With Union ranks thinning due to casualties, discharges, and lagging voluntary enlistment, Congress passed the first national conscription act on March 3. The Enrollment Act rendered males between the ages of twenty and fortyfive eligible for compulsory military service. Draftees could avoid taking up arms by paying a three-hundred-dollar commutation fee or hiring a substitute.
The law provoked outrage among supporters of state sovereignty, particularly Horatio Seymour, the Democratic governor of New York, who termed the act a “violation of the supreme constitutional law” and warned of the dire results of any efforts “to exact obedience at the point of the bayonet.” Previously conscription was handled by state and local bodies. The new draft bill established a complex bureaucratic apparatus to enlist new recruits and empowered federal marshals to engage in offensive search-and-seizure tactics to root out evasive conscripts. Draft riots erupted throughout the North. In New York City an attack on a draft office triggered three days of looting and mayhem so ugly that line troops had to be called north from Pennsylvania to restore order.
Congress passed the act primarily to spur voluntary enlistment; many men preferred to volunteer rather than carry the stigma of being drafted. State and local authorities further encouraged volunteering by offering sizable bounties to recruits. This led to the notorious practice of bounty jumping: enlistees would collect their bounties, desert, reenlist, collect an additional bounty, desert, and so on. Out of the quartermillion men who were called upon, some eighty-six thousand paid the commutation fee, while among conscripts, substitutes outnumbered direct draftees by more than two to one.
The Confederate ranger John S. Mosby was a small man with a propensity for getting wounded, but he and his band of guerrillas were the bane of Federal troops in Virginia. On March 9 Mosby’s Rangers mounted their most daring raid to date, converging undetected on the Fairfax courthouse, where the 2d Vermont Brigade was headquartered.
Mosby launched the raid in hopes of capturing the cavalry leader Sir Percy Wyndham, a very proper British mercenary who had once fought under Garibaldi and who had a personal distaste for Mosby’s tactics; to Wyndham, the Southerner was simply a “horse thief.” Wyndham turned out to be in Washington at the time, but in all other respects the raid was a smashing success. Mosby personally roused the sleeping brigade commander, Brig. Gen. Edwin H. Stoughton, while his men rounded up officers, soldiers, and horses. The post commander, Colonel Johnstone, escaped by fleeing nude and hiding for a time beneath an outhouse.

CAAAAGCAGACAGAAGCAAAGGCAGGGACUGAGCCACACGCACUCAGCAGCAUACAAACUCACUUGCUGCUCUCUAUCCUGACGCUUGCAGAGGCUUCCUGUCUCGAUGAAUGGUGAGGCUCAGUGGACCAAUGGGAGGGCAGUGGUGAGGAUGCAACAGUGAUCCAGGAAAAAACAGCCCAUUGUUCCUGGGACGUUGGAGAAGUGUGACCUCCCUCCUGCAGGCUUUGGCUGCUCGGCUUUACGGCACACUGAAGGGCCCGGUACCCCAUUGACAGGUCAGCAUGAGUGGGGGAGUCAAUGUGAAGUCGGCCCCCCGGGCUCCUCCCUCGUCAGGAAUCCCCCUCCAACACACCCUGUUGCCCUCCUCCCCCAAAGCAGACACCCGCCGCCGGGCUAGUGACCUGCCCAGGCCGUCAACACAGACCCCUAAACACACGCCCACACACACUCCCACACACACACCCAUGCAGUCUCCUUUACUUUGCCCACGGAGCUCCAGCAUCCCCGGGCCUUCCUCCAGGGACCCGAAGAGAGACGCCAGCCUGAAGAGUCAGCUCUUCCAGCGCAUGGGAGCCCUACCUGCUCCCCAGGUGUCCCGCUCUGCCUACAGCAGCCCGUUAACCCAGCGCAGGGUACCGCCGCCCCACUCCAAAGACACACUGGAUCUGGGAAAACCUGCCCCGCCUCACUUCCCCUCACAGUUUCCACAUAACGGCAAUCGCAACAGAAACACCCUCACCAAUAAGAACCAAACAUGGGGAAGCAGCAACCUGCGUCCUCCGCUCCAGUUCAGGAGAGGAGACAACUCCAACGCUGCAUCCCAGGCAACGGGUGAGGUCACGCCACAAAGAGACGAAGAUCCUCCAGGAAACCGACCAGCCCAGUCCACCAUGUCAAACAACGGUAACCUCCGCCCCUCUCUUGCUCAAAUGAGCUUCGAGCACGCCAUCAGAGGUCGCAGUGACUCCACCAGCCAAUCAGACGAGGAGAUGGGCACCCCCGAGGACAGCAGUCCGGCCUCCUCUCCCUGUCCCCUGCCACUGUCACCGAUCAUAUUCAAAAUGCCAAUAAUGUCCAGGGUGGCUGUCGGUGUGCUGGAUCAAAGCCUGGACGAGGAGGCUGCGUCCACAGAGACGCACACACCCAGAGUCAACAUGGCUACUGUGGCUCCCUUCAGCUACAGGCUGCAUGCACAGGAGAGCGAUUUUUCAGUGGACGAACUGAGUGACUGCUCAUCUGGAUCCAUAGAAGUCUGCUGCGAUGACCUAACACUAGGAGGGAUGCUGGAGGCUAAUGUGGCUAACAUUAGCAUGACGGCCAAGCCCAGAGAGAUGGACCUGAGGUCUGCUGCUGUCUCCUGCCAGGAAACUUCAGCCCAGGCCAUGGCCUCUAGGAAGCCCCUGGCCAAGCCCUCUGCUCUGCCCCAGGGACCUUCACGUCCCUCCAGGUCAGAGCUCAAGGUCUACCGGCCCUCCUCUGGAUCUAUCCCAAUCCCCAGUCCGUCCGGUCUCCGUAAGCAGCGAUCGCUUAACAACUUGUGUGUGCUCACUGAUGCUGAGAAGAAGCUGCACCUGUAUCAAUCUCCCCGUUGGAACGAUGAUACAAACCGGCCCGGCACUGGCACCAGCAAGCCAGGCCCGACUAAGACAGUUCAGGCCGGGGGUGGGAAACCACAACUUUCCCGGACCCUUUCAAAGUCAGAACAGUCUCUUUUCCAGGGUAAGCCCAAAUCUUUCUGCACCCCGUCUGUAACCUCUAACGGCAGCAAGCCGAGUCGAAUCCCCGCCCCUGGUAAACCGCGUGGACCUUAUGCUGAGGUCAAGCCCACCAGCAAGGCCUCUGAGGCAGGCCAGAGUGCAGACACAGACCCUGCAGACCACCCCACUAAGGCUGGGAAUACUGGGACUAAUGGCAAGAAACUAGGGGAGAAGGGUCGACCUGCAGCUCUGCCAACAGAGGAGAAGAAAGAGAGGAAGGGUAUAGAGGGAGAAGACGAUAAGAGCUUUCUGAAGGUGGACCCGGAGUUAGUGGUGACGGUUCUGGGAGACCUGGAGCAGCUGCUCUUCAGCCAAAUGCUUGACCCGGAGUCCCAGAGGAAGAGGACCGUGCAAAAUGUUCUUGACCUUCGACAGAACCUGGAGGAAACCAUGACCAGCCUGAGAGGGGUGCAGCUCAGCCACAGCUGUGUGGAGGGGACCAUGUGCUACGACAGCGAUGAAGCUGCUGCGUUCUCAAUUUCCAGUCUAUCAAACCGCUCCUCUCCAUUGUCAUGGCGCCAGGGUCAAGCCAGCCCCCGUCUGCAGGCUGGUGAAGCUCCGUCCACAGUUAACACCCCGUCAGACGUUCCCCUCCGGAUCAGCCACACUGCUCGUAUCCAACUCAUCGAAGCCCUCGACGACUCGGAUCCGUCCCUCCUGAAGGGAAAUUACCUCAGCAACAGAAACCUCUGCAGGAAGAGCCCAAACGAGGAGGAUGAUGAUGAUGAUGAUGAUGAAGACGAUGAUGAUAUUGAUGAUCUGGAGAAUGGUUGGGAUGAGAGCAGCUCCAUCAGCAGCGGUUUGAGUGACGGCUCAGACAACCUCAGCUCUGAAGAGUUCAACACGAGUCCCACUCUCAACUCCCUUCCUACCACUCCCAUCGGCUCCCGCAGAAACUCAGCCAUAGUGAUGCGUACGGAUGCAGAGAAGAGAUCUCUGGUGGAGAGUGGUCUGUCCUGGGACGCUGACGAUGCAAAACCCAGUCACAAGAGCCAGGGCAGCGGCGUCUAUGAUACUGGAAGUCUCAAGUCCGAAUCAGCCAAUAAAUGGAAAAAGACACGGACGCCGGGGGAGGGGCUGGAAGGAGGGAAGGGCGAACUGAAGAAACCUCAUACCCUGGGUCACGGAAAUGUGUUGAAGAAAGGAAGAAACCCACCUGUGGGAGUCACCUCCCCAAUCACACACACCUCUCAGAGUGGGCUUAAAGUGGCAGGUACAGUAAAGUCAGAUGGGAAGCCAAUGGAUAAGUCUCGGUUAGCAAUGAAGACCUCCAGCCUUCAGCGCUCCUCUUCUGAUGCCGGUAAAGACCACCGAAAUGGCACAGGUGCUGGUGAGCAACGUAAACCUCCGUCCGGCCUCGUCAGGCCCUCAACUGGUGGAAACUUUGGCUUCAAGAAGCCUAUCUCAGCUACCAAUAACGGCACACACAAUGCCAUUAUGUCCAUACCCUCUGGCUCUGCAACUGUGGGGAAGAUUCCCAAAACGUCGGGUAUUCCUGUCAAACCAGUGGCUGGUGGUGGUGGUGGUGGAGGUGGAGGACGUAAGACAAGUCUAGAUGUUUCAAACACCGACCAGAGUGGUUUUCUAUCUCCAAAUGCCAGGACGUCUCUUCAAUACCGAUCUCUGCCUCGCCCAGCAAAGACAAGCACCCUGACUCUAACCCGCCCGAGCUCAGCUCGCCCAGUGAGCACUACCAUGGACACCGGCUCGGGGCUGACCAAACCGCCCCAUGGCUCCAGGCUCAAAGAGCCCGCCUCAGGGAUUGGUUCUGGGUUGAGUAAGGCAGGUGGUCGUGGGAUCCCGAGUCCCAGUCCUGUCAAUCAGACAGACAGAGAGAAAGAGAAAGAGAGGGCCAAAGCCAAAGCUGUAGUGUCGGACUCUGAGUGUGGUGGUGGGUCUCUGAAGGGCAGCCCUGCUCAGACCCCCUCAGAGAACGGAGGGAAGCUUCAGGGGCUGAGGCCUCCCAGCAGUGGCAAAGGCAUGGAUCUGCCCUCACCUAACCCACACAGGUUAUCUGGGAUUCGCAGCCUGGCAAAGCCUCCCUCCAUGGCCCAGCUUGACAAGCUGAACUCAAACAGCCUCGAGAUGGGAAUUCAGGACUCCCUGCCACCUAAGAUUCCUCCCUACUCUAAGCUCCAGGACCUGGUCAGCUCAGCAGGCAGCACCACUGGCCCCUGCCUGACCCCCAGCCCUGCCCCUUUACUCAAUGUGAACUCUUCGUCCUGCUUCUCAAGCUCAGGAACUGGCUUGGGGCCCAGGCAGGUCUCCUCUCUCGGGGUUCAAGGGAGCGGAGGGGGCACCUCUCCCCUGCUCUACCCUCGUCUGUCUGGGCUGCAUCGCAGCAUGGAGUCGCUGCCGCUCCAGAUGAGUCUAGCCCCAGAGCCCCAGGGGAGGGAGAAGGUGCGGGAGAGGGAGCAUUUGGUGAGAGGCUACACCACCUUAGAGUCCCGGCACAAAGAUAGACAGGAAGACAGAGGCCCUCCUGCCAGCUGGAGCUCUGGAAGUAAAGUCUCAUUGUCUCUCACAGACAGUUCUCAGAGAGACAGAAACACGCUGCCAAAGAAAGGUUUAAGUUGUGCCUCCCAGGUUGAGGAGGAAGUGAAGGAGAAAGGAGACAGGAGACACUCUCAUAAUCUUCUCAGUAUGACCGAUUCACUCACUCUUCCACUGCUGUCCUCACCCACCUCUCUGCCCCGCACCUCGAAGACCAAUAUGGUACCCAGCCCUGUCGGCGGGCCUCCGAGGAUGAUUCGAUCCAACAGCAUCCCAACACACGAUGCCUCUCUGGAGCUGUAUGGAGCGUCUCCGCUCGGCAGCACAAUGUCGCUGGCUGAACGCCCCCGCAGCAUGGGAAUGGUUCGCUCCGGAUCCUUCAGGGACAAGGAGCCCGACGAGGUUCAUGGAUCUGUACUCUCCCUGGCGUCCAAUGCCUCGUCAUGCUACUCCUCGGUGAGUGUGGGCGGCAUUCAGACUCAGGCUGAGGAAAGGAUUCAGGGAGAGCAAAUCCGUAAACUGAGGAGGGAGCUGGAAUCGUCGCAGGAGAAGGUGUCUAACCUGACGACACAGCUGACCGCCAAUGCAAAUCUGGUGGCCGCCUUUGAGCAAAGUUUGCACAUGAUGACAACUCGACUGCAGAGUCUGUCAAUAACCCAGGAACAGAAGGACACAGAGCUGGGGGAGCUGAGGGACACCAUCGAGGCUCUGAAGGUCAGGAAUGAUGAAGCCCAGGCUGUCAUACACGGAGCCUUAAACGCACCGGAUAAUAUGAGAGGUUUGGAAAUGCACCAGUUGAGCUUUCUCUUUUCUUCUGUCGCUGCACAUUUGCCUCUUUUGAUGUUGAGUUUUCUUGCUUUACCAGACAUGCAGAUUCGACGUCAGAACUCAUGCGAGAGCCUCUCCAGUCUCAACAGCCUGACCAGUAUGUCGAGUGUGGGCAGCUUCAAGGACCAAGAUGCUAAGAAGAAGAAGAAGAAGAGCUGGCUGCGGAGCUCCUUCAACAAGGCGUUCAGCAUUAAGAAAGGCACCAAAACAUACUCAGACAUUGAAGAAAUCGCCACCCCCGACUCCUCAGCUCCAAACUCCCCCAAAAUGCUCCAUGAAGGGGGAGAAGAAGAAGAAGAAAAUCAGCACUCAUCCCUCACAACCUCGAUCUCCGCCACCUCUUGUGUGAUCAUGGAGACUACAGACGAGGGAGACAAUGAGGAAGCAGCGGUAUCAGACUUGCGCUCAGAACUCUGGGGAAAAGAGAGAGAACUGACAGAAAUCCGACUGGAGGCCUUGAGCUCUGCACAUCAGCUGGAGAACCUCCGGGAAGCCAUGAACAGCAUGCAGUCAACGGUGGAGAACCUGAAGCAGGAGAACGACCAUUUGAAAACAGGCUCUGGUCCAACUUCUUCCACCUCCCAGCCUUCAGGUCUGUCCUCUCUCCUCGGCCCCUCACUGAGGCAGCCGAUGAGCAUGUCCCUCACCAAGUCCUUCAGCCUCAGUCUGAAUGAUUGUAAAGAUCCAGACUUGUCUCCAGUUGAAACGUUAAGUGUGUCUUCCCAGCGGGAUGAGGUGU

In his report to Gen. J. E. B. Stuart, Mosby wrote, “The fruits of this expedition are 1 brigadier general (Stoughton), 2 captains, and 30 men prisoners. We also brought off 58 horses, most of them very fine, belonging to officers; also a considerable number of arms.”
Blame for the Rangers’ easy entrance into the encampment centered on the young and lovely Antonia Ford, an intimate acquaintance of Stoughton. Suspiciously, she held the honorary rank of major in the Rebel army. After her arrest for espionage both Mosby and General Stuart insisted on her innocence. She was released after several months and later married the Federal agent who arrested her.
The raid ruined the career of General Stoughton, whose reputation owed more to his debauchery than to his military prowess. Stoughton had established himself royally at the Fairfax courthouse while his troops, quartered in tents five miles away, grumbled about their commander’s frequent parties and illicit recreations. Of the capture, President Lincoln is reported to have said, “For that I am sorry, for I can make brigadier generals, but I can’t make horses.”